Sunday, August 28, 2011

Hacking Joomla! -- the fast and easy way

Popular open source Content Management Systems (CMSs) like Drupal, Joomla! and WordPress, are regularly subject to source code reviews as well as blackbox pentesting. Thus, vulnerabilities in these systems are quickly identified and fixed. And security updates are frequently released.
Unfortunately, people tend to install the base CMS, add plugins, build their website and then never upgrade when security patches are available. Furthermore, third party developed plugins usually extend the offender's attack surface and expose the CMS-based website to new threats.

During pentests, and facing a CMS based website, I often look for open source security tools that are targeted specifically at the CMS in question. These tools usually excel at fingerprinting the CMS version used by the target, detecting installed plugins/themes, and identifying corresponding vulnerabilities. 
Of course, I'd love to fire up generic web active scanners (Skipfish, Arachni, w3af, etc), as well as my preferred proxy tools (ZAP and WebScarab) to perform a full-blown web pentest of the target application. However, during short-timed penetration tests, I'm compelled to look for the low hanging fruit. Hence, instead of trying to reinvent the wheel, I make good use of CMS-targetted tools.

In this post, I'm going to describe the free security tools I use against Joomla! based websites. If you know another utility/tip to use against Joomla! Installations, feel free to mention it below as a comment. 

Test Lab Setup
I'm going to run the tests against the default Joomla! installation on a TurnKey virtual machine. For those of you who are not familiar with TurnKey, it is a collection of 45+ free ready-to-use solutions, including popular CMSs like Joomla!. 
Anyway, the tools I'm going to demonstrate are:

The base operating system for the attack toolset is going to be BackTrack 5. Lucky me, all three tools are pre-installed on the distribution.

CMS Explorer
CMS Explorer is a tool developed by the creator of Nikto. It covers several CMSs like Drupal, WordPress, and Joomla!. 
The first thing you should do when using CMS Explorer is to create an osvdb.key containing an OSVDB API key, and place it into the CMS Explorer install directory. You can get an OSVDB API key for free from The CMS Explorer install directory in BackTrack 5 is /pentest/enumeration/web/cms-explorer
Anyway, this key will be used by the tool to query OSVDB for vulnerabilities corresponding to the identified installed plugins and themes.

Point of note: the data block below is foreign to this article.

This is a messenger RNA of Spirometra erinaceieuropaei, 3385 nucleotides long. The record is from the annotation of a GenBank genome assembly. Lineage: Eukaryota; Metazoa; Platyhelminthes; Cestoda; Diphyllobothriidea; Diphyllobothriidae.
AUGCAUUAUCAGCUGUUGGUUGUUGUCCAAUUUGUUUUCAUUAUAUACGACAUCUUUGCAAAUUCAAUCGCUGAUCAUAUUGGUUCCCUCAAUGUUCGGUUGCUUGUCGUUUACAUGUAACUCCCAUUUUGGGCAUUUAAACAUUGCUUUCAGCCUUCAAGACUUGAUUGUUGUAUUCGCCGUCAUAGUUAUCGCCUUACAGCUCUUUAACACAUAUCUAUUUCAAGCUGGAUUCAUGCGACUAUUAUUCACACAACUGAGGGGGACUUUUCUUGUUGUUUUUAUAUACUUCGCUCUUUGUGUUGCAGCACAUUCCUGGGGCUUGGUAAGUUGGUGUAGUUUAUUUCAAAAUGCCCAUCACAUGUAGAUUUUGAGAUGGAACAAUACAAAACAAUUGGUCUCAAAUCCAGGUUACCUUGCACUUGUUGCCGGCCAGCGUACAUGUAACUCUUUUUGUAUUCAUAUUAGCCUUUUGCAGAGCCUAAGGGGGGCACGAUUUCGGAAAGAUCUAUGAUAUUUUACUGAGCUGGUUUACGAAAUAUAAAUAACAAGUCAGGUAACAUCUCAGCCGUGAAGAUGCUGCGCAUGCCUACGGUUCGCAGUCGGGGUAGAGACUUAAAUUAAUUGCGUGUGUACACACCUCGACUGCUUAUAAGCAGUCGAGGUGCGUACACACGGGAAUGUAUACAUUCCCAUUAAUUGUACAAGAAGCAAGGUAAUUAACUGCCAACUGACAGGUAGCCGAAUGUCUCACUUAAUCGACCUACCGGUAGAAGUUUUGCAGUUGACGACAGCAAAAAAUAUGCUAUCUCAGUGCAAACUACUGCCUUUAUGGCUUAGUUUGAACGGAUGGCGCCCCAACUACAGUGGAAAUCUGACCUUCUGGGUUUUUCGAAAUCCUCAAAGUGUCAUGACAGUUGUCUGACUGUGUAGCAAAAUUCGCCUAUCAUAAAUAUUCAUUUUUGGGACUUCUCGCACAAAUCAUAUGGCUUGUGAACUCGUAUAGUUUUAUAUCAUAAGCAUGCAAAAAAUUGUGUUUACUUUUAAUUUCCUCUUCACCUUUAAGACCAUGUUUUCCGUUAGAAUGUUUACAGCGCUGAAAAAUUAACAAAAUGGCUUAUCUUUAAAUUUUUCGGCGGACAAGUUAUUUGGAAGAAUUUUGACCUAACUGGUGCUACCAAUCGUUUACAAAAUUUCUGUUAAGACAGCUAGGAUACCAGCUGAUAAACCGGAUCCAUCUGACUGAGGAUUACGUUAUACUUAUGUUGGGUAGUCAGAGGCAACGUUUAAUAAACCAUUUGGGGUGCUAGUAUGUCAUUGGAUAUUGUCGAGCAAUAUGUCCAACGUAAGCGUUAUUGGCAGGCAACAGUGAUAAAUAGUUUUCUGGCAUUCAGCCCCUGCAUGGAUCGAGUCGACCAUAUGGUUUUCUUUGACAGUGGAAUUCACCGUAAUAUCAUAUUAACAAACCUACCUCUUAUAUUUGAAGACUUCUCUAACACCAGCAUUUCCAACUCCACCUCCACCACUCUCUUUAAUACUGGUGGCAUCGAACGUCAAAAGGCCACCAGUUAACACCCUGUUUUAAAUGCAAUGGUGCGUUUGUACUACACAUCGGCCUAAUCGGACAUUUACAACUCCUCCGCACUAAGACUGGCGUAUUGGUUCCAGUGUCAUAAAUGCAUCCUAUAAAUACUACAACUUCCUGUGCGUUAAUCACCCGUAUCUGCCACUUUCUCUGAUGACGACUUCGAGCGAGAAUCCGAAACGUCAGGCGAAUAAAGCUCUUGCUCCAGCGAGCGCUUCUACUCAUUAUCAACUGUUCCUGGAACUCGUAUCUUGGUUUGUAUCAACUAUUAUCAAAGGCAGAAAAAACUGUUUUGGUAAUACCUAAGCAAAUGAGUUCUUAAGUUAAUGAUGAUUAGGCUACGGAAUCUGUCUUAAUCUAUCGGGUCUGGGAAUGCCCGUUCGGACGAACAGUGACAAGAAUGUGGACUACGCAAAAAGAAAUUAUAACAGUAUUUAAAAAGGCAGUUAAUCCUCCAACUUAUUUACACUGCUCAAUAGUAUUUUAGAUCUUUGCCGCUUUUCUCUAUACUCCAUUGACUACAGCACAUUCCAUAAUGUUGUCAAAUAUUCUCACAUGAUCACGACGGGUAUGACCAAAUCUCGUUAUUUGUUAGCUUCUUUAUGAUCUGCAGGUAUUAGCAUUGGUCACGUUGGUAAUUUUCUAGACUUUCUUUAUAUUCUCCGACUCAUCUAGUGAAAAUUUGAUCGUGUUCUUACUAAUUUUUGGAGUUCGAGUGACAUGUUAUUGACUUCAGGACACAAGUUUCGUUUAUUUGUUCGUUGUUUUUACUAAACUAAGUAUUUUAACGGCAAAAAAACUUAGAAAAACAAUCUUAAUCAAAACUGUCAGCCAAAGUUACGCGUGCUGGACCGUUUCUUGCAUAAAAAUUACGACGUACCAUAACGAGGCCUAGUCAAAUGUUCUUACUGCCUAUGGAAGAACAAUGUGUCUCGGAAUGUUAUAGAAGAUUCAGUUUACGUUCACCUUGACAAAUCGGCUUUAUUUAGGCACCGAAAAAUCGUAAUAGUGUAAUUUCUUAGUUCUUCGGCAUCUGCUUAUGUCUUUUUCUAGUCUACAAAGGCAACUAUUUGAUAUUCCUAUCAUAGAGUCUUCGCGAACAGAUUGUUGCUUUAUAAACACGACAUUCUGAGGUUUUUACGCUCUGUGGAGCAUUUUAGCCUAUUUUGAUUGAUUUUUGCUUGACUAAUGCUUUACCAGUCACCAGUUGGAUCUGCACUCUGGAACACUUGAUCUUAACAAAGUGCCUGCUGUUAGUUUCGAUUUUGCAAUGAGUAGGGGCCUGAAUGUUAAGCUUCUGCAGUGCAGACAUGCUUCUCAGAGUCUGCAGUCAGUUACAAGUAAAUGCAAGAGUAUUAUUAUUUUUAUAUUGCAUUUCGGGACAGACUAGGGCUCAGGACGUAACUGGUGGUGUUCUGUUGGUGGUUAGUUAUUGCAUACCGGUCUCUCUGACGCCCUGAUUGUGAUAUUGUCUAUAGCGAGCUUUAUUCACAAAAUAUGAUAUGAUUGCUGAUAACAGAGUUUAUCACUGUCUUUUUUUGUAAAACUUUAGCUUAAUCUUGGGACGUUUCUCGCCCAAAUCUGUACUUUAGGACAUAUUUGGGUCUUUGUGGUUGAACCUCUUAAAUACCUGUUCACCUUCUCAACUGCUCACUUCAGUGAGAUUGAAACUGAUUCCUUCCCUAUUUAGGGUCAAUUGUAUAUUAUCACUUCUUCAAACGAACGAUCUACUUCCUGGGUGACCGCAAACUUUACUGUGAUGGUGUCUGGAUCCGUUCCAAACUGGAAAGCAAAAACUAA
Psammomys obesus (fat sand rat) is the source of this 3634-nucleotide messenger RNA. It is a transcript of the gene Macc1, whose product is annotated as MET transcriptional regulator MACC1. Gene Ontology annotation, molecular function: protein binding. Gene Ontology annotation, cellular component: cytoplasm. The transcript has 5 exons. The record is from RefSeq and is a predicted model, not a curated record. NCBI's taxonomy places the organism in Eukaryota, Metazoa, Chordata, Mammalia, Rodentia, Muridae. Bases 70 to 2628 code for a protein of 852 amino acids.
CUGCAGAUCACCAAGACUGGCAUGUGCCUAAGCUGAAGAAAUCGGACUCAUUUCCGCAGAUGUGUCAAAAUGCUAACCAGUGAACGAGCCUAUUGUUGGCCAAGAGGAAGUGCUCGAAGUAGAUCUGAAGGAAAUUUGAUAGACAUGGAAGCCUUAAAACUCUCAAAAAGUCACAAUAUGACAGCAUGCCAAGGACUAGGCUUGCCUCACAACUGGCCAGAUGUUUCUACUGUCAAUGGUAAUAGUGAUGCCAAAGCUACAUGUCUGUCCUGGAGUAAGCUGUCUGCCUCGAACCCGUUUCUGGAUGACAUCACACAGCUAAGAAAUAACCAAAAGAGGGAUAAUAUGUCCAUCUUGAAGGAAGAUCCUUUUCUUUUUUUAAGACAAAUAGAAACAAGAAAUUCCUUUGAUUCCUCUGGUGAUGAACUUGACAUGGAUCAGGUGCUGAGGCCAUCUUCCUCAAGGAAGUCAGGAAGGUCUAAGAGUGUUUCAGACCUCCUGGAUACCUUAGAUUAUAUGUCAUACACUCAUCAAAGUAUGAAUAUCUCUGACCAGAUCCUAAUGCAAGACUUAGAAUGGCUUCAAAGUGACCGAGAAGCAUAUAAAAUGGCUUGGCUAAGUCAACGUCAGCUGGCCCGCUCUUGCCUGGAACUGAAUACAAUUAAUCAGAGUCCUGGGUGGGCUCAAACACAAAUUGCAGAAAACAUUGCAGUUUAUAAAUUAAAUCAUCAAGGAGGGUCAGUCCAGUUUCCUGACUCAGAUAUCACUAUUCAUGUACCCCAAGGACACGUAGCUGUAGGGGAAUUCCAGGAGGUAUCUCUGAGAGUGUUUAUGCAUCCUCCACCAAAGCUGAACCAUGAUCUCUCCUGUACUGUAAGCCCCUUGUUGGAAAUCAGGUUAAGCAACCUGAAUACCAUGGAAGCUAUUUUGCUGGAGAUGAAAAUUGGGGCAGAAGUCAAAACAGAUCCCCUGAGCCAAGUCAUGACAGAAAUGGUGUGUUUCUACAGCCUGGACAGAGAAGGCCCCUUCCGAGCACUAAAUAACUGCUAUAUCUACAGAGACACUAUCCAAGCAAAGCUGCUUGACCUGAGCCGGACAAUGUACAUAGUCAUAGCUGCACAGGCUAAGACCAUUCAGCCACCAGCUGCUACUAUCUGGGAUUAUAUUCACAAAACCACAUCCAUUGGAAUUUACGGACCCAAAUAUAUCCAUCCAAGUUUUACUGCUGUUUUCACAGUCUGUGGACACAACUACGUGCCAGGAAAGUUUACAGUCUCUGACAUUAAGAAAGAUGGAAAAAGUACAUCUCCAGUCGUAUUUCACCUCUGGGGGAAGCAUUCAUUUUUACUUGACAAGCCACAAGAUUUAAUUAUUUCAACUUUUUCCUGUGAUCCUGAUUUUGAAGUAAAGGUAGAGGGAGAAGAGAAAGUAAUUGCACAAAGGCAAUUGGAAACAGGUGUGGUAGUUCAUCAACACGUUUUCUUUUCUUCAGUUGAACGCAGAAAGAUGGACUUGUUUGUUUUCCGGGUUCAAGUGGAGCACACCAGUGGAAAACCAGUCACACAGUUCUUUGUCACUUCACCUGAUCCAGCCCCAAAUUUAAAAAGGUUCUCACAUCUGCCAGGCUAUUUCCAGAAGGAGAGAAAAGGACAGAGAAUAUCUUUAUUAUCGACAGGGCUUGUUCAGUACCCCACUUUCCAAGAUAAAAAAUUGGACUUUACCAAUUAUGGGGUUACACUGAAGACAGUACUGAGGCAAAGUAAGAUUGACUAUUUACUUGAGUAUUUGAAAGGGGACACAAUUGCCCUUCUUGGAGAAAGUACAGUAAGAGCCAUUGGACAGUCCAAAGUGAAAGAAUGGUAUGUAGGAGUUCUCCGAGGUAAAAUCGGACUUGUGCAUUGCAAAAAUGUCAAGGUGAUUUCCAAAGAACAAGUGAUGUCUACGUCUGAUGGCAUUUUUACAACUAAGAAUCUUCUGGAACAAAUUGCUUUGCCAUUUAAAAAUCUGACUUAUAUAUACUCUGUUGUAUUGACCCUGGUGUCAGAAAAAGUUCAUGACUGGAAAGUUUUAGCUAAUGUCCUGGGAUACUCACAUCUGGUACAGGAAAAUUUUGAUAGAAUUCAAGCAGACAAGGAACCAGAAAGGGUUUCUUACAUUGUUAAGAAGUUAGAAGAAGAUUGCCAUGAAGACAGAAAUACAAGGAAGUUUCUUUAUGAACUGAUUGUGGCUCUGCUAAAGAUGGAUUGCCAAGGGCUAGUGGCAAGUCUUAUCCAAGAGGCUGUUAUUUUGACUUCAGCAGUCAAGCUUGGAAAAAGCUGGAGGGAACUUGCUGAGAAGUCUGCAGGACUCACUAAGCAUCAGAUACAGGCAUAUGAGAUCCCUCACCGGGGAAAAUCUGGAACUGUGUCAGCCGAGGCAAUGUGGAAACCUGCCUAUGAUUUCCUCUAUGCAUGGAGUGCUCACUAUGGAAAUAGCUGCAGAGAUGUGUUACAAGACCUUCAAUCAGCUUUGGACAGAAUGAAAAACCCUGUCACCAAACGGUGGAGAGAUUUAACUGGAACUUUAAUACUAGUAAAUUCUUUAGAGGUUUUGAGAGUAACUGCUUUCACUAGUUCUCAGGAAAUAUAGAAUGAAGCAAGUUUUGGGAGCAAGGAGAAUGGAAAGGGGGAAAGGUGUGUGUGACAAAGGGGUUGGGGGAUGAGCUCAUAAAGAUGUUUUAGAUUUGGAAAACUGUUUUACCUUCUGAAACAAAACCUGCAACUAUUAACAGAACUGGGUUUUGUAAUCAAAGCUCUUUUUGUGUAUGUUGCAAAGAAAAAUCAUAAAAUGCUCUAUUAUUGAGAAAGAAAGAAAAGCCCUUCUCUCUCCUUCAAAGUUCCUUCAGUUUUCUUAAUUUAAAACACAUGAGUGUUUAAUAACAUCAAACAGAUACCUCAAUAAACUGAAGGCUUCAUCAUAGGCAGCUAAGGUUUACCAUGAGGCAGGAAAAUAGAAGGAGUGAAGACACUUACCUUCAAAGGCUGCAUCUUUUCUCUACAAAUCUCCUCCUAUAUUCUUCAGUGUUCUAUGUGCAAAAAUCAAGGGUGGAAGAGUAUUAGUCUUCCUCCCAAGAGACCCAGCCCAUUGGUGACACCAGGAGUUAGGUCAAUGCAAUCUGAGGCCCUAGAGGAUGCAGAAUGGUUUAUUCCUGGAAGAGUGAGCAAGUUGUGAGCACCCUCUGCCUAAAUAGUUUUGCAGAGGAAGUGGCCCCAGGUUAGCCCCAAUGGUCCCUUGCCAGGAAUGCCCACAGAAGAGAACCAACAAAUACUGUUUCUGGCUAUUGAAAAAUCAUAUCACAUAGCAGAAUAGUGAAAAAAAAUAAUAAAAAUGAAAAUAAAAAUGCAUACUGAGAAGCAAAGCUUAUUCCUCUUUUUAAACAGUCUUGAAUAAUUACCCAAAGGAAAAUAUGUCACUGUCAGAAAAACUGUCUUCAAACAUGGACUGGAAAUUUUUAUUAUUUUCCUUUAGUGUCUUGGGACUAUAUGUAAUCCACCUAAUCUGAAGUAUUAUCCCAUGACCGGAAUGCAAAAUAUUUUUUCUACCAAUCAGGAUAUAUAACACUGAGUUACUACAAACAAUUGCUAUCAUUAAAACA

Here is the command line I run in order to launch a CMS Explorer scan:

root@bt:/pentest/enumeration/web/cms-explorer# ./ -url -explore -type=Joomla -osvdb 

First, CMS Explorer will identify the themes and plugin installed on the Joomla!-based website: 

Then, it will identify all the vulnerabilities in OSVDB that correspond to the found plugins and themes.

Maybe CMS Explorer is a little too verbose.. But it does a decent job detecting Joomla! installed components and identifying vulnerabilities that are associated with these.

OWASP Joomla Vulnerability Scanner (aka joomscan) 
OWASP Joomla Vulnerability Scanner, or Joomscan is an official OWASP Project and a flagship Joomla! scanner. Joomscan features include thorough version detection as well as signature-based vulnerability identification of Joomla! installations. As of this writing, Joomscan vulnerability database contains 466 distinct entries.  
The tool is ready to use on BackTrack 5 and using it is as simple as running the following command:

root@bt:/pentest/web/scanners/joomscan# ./ -u 

Joomscan will firstly perform version probing against the target as shown below:

Then, it will detect vulnerabilities affecting the target:

Nmap (http-joomla-brute NSE script) 
The final tool I'm going to demonstrate is Nmap, or more precisely http-joomla-brute NSE script. Written by @calderpwn, this Nmap script performs bruteforcing of Joomla! administration authentication forms. Unfortunately, it hasn't been added to the official repository yet but you can get it here:

First, let's add the script to the Nmap scripts directory:
root@bt:~# cp http-joomla-brute.nse /usr/local/share/nmap/scripts/ 
Then, we update the Nmap script database using the following command:
root@bt:~# nmap --script-updatedb 
Finally, we're ready to go:
root@bt:~# nmap -p80 --script http-joomla-brute –script-args 'userdb=/root/users.txt,passdb=/root/passwds.txt,http-joomla-brute.threads=3,brute.firstonly=true' 

users.txt and passwds.txt are two files containing usernnames and passwords that will be used when bruteforcing the form.

Well, that's it for today's Jommla! hacking round. I'm not going to compare the utilities as each one is specific and useful in its own way. Please don't forget to add your favorite Joomla! hacking tools and tips as a comment below. I'll try to keep this post updated, and hopefully post about other CMSs. Meanwhile, happy Joomla! hacking :) 


  1. Nice post.Thank you for taking the time to publish this information very useful!I’m still waiting for some interesting thoughts from your side in your next post thanks.
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  2. Thanks for sharing your info. I really appreciate your efforts and I will be waiting for your further write ups thanks once again.

    Joomla developer

  3. This comment has been removed by a blog administrator.

  4. I'm not going to compare the utilities as each one is specific and useful in its own way.
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